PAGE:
Ferguson in Disarray

On 9 Aug. 2014, 17-year-old Michael Brown was shot by Officer Darren Wilson in Ferguson, Missouri. Brown, accompanied by friend Dorian Johnson, had reportedly stolen a box of cigarillos and shoved a store clerk at a local convenience store. Just a few minutes prior to Brown and Johnson leaving the store, a “stealing in progress” was reported.

Brown and Johnson were stopped in the street by Wilson. There was a struggle between the two, where Wilson fired his gun twice, missing Brown once, but grazing his thumb with the other.

Brown and Johnson ran away, while Wilson left his car and pursued the two. Both boys were unarmed. Wilson fired his gun several more times, with at least six of the bullets striking Brown, fatally wounding him. Brown died at the scene. His body remained in the street for almost four hours. More police officers, along with detectives and a forensics investigator, were all notified and went to the scene.

A lot of speculation has surrounded whether or not racism was involved in the death of Michael Brown, who was African-American. A federal investigation took place in the Ferguson police force to see if the officers showed any excessive force or arrests towards people of color.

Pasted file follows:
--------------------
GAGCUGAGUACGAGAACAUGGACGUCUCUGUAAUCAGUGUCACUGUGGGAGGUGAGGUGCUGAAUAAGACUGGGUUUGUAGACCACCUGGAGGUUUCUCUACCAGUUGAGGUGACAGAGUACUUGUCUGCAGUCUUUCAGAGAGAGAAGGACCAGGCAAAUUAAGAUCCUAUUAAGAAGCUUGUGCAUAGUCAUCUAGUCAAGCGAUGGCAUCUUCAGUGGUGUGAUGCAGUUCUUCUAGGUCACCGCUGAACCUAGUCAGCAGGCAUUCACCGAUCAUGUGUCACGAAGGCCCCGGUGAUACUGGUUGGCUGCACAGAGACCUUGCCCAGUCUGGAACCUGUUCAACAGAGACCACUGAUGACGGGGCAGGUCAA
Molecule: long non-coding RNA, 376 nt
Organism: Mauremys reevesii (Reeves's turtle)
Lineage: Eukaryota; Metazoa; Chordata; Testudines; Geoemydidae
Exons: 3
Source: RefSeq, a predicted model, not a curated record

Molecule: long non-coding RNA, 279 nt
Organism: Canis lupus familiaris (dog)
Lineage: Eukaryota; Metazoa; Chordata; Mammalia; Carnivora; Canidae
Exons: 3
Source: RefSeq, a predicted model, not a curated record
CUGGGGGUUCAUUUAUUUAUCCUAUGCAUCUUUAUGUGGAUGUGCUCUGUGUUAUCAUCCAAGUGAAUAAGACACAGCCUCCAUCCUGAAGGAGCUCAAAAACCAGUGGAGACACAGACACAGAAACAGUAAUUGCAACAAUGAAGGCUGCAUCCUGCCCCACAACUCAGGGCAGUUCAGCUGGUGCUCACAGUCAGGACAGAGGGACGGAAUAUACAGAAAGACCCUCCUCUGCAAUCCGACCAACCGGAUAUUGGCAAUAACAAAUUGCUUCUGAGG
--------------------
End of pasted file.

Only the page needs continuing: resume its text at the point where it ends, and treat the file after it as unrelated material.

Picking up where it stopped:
On 1 Dec. 2014, United States President Barack Obama stated that body cameras will be given to all police officers as a result of this recent shooting.

All over the country, the shooting has sparked protests and anger over Brown’s death, along with looting and vandalism. Many believe that Brown had been surrendering due to the evidence that Brown began moving towards Wilson after being shot several times. Along with this belief, many also think that Brown’s death resulted from racial tensions between the largely black population and majority-white police officers.

The shooting has received a flood of attention from all around the United States. The circumstances surrounding the shooting are still in question. The case was brought to the grand jury, however on 24 Nov. 2014, the Prosecuting Attorney for St. Louis Country, Robert McCulloch announced in a press conference that Wilson would not be indicted for the death of Brown.

 

Annabelle Dunbar, Staff Writer

Sophomore Annabelle Dunbar is a staff writer for the 2014-2015 Colonel. She is on the cheer leading team and writes her own films.

Author: thecolonel306

The Colonel is Ledyard High School's award-winning news magazine, serving as the student voice of LHS for almost 50 years.

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